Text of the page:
“This too shall pass, I’m gonna pray
Right now all I got’s this lonesome day”
By Joel Francis
I didn’t make it to Bruce Springsteen’s concert at the Sprint Center Sunday night. Around the time he was going onstage – about 8:50 – most of my extended family was leaving the hospital. It had been a long day. Grandma started aspirating about noon, and for the third time that week we all descended upon her intensive care room. At 10:30, about the time Bruce was ripping into “Spirit in the Night,” the nurse told us Grandma’s heart was working harder because her oxygen levels were falling. It didn’t look good. The nurse said it was unlikely Grandma would survive the night.
“Hard times baby, well they come to tell us all
Sure as the tickin’ of the clock on the wall
Sure as the turnin’ of the night into day
Your smile girl, brings the mornin’ light to my eyes
Lifts away the blues when I rise
I hope that you’re coming to stay”
Even before he took the stage, Springsteen was my release. My wife and I saw him last March in Omaha, so we didn’t buy tickets when this show was announced. Even so, the possibility of grabbing tickets from a scalper just before showtime was always open. I even bought a pair of earplugs to the hospital with me, just in case. I pulled them out of my pocket every so often and wondered “Where would the band eat dinner?” Knowing this was the final concert of the tour I imagined how long they’d play. “Hey,” I’d say to no one in particular, “what song are they going to open with?” or, later, “What song do you think they are playing right now?”
“A dream of life comes to me
Like a catfish dancin’ on the end of the line”
Helen Kelley was born in Minneapolis in 1920. The sixth of seven children, she met my grandpa at church. After Grandpa returned from World War II they moved to Manhattan, Kan. where he attended Kansas State on the G.I. Bill. After earning his doctor of veterinary medicine the couple and their young daughter, my mother, relocated to Independence, Mo., where he opened a pet hospital on 23rd Street.
My favorite memories of Grandma take place in the children’s clothing store she opened next door to Grandpa’s pet hospital. Ostensibly hired to help with inventory, she grew to appreciate the Beatles, B.B. King and Ray Charles CDs I brought along. We would talk for hours, solving all the world’s problems before taking the obligatory break for “Oprah.”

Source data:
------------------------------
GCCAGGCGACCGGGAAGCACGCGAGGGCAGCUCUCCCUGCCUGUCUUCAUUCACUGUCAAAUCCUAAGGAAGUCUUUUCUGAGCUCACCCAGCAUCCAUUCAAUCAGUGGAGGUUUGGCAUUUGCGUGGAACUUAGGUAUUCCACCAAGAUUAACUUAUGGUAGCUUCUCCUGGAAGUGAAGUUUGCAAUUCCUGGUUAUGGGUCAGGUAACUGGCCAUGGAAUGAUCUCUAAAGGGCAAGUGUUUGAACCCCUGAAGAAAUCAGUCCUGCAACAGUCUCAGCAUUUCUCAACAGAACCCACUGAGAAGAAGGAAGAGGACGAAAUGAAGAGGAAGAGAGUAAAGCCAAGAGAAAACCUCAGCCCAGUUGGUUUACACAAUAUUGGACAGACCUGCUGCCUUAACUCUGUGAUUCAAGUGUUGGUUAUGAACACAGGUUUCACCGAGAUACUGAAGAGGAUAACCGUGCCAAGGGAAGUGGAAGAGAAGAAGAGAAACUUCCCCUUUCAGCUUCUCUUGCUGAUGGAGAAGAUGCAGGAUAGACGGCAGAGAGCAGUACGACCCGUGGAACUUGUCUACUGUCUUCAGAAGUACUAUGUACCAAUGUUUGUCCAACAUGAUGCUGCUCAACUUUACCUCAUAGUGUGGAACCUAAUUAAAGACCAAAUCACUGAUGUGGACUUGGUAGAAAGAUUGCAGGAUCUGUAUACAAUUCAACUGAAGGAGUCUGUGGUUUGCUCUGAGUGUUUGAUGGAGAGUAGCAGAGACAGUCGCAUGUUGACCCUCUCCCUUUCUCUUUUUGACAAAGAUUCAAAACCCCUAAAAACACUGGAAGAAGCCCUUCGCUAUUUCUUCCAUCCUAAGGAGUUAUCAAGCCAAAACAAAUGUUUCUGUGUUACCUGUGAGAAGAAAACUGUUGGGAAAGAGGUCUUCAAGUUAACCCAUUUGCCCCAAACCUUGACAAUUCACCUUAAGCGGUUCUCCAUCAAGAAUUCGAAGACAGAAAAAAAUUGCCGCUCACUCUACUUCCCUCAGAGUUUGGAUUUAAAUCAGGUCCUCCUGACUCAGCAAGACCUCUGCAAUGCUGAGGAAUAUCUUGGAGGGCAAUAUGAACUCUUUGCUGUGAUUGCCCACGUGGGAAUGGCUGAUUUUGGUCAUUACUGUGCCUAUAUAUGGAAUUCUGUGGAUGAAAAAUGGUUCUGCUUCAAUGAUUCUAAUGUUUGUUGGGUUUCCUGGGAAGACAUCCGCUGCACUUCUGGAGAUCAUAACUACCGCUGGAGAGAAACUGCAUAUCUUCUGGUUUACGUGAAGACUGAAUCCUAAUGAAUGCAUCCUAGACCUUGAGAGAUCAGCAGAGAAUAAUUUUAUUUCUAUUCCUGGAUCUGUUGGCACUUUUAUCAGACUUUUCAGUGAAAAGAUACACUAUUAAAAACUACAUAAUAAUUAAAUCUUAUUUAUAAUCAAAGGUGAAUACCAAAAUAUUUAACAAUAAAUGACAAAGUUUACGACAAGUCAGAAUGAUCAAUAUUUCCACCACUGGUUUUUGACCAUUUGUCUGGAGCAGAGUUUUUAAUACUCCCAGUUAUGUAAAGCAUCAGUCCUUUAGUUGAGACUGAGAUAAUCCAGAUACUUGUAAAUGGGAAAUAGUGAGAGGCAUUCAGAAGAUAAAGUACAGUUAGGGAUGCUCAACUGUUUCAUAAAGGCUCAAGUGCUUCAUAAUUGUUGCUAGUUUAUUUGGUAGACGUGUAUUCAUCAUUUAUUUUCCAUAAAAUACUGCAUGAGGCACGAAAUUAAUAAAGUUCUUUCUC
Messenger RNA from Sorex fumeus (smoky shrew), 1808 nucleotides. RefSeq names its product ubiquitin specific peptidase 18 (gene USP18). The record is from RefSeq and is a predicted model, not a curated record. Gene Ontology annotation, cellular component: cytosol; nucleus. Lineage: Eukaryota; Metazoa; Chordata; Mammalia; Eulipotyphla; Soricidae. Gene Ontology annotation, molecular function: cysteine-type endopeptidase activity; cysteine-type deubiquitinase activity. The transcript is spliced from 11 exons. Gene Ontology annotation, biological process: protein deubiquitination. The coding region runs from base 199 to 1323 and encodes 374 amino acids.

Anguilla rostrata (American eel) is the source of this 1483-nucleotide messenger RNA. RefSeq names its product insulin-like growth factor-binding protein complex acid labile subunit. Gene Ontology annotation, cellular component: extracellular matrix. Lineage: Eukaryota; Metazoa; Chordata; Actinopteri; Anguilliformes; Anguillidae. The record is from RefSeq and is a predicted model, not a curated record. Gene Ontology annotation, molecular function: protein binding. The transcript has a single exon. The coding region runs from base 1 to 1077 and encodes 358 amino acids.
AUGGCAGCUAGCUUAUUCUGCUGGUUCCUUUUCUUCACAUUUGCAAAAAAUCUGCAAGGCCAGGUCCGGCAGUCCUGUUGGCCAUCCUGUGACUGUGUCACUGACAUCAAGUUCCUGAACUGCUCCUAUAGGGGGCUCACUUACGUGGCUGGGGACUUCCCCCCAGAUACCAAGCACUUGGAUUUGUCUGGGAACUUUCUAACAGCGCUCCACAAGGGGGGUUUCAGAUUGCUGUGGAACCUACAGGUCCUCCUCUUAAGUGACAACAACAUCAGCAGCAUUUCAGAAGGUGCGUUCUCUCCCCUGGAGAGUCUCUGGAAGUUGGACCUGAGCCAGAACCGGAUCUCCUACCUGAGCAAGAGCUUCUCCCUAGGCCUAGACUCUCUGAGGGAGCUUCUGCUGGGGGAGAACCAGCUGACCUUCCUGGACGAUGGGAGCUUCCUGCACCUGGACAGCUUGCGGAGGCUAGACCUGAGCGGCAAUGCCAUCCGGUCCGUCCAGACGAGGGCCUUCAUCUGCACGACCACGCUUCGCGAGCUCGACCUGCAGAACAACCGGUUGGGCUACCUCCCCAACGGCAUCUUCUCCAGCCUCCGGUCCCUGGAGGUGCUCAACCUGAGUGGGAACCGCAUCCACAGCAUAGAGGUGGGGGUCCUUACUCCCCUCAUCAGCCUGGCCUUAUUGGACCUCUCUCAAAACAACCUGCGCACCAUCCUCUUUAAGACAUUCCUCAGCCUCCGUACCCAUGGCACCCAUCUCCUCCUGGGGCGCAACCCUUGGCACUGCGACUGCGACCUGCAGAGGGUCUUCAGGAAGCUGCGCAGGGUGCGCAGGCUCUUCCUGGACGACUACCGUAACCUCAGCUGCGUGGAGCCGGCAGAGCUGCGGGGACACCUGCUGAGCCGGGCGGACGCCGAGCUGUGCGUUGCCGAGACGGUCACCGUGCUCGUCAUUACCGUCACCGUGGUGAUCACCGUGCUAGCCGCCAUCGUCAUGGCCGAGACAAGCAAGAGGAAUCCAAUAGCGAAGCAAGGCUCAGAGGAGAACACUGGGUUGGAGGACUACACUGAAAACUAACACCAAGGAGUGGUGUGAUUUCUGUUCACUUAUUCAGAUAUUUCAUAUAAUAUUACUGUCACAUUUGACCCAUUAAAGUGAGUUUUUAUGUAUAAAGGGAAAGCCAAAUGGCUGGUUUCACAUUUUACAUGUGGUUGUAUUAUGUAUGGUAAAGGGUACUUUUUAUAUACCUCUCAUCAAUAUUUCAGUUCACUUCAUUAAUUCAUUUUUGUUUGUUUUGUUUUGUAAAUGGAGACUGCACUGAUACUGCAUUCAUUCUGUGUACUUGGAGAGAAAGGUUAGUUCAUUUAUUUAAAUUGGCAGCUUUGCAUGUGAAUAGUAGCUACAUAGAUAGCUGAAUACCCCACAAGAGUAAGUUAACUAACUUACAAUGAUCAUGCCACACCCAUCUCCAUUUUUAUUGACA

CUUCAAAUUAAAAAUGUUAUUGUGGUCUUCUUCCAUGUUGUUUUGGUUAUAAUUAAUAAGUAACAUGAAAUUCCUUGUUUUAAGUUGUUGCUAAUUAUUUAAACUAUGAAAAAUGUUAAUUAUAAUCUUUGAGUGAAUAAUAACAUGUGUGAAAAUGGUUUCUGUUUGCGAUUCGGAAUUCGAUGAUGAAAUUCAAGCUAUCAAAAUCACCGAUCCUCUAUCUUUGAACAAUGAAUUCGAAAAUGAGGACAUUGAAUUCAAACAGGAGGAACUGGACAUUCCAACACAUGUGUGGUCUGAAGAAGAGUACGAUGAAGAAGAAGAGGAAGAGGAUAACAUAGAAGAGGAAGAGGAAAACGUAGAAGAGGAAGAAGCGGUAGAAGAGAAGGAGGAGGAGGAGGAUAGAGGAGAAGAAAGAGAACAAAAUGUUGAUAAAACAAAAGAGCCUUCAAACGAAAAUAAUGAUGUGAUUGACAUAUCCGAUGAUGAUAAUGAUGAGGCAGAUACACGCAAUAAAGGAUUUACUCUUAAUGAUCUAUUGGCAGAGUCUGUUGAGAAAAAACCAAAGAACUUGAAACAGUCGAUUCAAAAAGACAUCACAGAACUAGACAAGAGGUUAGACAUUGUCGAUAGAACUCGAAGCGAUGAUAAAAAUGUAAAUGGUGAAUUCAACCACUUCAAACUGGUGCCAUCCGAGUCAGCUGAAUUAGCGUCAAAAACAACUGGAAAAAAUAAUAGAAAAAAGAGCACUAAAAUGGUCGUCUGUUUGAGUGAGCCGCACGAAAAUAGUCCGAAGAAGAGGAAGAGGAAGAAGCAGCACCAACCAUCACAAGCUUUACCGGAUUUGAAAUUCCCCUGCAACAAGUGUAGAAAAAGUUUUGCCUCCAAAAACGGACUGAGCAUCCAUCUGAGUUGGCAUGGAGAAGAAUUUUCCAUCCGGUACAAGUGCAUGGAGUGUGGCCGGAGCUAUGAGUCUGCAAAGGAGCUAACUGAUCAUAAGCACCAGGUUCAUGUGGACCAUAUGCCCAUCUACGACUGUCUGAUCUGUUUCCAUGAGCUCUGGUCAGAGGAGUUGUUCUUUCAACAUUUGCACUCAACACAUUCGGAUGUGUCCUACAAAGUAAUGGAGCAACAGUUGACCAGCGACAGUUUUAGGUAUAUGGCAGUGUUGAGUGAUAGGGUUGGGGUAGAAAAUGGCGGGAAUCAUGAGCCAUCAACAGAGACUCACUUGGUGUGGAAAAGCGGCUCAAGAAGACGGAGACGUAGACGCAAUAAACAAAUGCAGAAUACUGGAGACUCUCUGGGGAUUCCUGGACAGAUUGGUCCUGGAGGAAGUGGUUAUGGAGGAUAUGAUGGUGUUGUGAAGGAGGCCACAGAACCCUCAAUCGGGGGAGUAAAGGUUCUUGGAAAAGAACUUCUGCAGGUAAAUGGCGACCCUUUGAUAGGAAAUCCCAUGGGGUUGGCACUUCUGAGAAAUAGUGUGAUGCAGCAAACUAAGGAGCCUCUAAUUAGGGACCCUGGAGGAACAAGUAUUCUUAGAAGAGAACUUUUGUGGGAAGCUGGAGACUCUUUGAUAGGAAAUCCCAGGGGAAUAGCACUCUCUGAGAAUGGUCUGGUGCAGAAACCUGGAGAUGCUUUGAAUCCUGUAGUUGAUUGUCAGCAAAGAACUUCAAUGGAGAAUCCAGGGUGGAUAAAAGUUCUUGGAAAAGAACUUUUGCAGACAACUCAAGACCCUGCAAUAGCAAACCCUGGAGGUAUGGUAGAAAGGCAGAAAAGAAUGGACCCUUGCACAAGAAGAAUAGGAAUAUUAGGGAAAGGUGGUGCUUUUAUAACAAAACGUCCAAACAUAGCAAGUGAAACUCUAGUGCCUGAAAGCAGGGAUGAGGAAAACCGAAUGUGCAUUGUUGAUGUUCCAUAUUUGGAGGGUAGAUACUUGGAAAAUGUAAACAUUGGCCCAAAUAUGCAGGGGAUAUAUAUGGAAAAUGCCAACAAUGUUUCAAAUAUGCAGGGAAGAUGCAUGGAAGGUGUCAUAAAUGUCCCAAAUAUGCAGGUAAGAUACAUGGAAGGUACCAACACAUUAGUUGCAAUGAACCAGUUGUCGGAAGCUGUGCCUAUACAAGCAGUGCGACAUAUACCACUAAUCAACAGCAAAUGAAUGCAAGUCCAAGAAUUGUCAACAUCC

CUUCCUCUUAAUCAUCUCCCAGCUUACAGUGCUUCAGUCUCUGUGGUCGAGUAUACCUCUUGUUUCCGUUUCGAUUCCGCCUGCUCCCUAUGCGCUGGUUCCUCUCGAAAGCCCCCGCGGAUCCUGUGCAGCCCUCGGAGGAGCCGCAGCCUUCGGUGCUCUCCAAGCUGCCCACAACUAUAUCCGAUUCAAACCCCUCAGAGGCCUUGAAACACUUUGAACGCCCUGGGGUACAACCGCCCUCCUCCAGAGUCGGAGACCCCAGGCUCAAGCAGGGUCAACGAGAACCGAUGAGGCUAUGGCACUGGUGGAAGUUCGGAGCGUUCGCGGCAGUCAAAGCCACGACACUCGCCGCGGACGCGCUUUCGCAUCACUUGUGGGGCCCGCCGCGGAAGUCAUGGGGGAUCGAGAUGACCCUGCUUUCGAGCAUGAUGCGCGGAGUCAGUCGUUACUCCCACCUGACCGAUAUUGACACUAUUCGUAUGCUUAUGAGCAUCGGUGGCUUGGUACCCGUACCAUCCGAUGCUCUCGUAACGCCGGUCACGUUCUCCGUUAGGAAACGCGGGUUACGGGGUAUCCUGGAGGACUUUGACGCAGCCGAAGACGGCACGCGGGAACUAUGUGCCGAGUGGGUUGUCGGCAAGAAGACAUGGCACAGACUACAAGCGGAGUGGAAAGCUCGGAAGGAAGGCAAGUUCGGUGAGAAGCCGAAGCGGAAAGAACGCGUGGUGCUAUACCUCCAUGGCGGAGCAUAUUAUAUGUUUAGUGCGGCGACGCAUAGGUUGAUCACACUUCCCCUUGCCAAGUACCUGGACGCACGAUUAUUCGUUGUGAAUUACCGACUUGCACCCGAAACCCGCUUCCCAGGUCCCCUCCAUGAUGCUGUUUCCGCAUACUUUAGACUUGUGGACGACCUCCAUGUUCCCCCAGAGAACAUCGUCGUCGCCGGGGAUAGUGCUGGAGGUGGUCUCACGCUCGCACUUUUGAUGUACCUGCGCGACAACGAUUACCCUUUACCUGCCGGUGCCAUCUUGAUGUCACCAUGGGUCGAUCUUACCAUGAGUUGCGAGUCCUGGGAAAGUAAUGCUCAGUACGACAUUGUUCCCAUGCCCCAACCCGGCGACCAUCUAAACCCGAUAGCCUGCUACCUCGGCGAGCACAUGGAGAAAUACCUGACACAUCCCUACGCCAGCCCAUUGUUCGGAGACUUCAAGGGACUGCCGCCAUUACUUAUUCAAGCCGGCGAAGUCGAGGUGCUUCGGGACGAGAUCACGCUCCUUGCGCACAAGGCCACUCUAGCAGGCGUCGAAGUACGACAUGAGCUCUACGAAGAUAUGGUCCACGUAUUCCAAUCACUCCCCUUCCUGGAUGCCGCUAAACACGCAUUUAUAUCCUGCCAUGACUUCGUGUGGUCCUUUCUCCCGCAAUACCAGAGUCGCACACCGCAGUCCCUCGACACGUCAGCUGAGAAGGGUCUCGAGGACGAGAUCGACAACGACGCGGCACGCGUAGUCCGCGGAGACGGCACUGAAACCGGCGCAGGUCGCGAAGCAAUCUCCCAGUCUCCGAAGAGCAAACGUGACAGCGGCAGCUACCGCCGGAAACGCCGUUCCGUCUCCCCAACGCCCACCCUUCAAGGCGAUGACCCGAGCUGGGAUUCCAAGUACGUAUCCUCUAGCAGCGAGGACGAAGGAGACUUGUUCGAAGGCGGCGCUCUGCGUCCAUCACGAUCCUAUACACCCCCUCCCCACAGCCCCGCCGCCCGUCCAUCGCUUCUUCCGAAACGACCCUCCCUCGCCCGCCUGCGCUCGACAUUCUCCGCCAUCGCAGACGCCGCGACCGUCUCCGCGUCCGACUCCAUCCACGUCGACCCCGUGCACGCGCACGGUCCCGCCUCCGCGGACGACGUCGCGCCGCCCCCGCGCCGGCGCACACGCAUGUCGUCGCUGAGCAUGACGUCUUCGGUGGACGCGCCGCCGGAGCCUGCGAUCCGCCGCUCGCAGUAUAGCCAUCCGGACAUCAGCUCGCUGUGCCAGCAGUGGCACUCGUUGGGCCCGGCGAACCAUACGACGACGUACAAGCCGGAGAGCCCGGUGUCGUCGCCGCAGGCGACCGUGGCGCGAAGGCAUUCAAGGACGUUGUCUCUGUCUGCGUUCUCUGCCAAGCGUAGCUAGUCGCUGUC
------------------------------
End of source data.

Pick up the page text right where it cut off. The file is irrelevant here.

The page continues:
“I got a picture of you in my locket
I keep it close to my heart
A light shining in my breast
Leading me through the dark
Seven days, seven candles
In my window light your way
Your favorite record’s on the turntable
I drop the needle and pray”
On the trips back and forth from the hospital in the week leading up to Grandma’s death Springsteen was my passenger. The titles alone were testimonies: “Reason to Believe,” “Counting on a Miracle,” “Land of Hope and Dreams,” “Waitin’ on a Sunny Day,” “The Promised Land,” “Lift Me Up,” “Lonesome Day.”
We finally left the hospital Sunday night after Grandma’s condition had plateaued and we had collected promises of a phone call if anything changed. As we sailed up U.S. 71 I rolled down the windows and gave the speakers a workout. “Rosalita,” “Backstreets” and “Thunder Road” from the 1975 Hammersmith Odeon concert. When we arrived at the house around midnight, the E Street Band was finally leaving the Sprint Center stage after a three-hour marathon set.
“May your strength give us strength
May your faith give us faith
May your hope give us hope
May your love give us love”
Grandma died shortly after 8 p.m. Monday. Her family huddled around the hospital bed and sang the old hymns she loved so much. I doubt she heard them, but if she did, one of the last sounds Grandma would have heard was “Jacob’s Ladder.” This 19th century hymn has its origins in the slave churches, but was popularized by Paul Robeson in the 1920s and Pete Seeger in the 1950s. Springsteen recorded it on his “Seeger Sessions” album. Another of Grandma’s favorite hymns came from those same sessions.
I got into Springsteen too late to share him with Grandma, but I think she would have enjoyed him. If not, she would see how happy his songs made me and gamely smile along. As I made my final trip home from the hospital, I knew Grandma was enjoying the Boss’ performance of “How Can I Keep From Singing.”
“My life flows on in endless song
Above earth’s lamentation…
No storm can shake my inmost calm
While to that rock I’m clinging.
Since love is lord of Heaven and earth
How can I keep from singing?”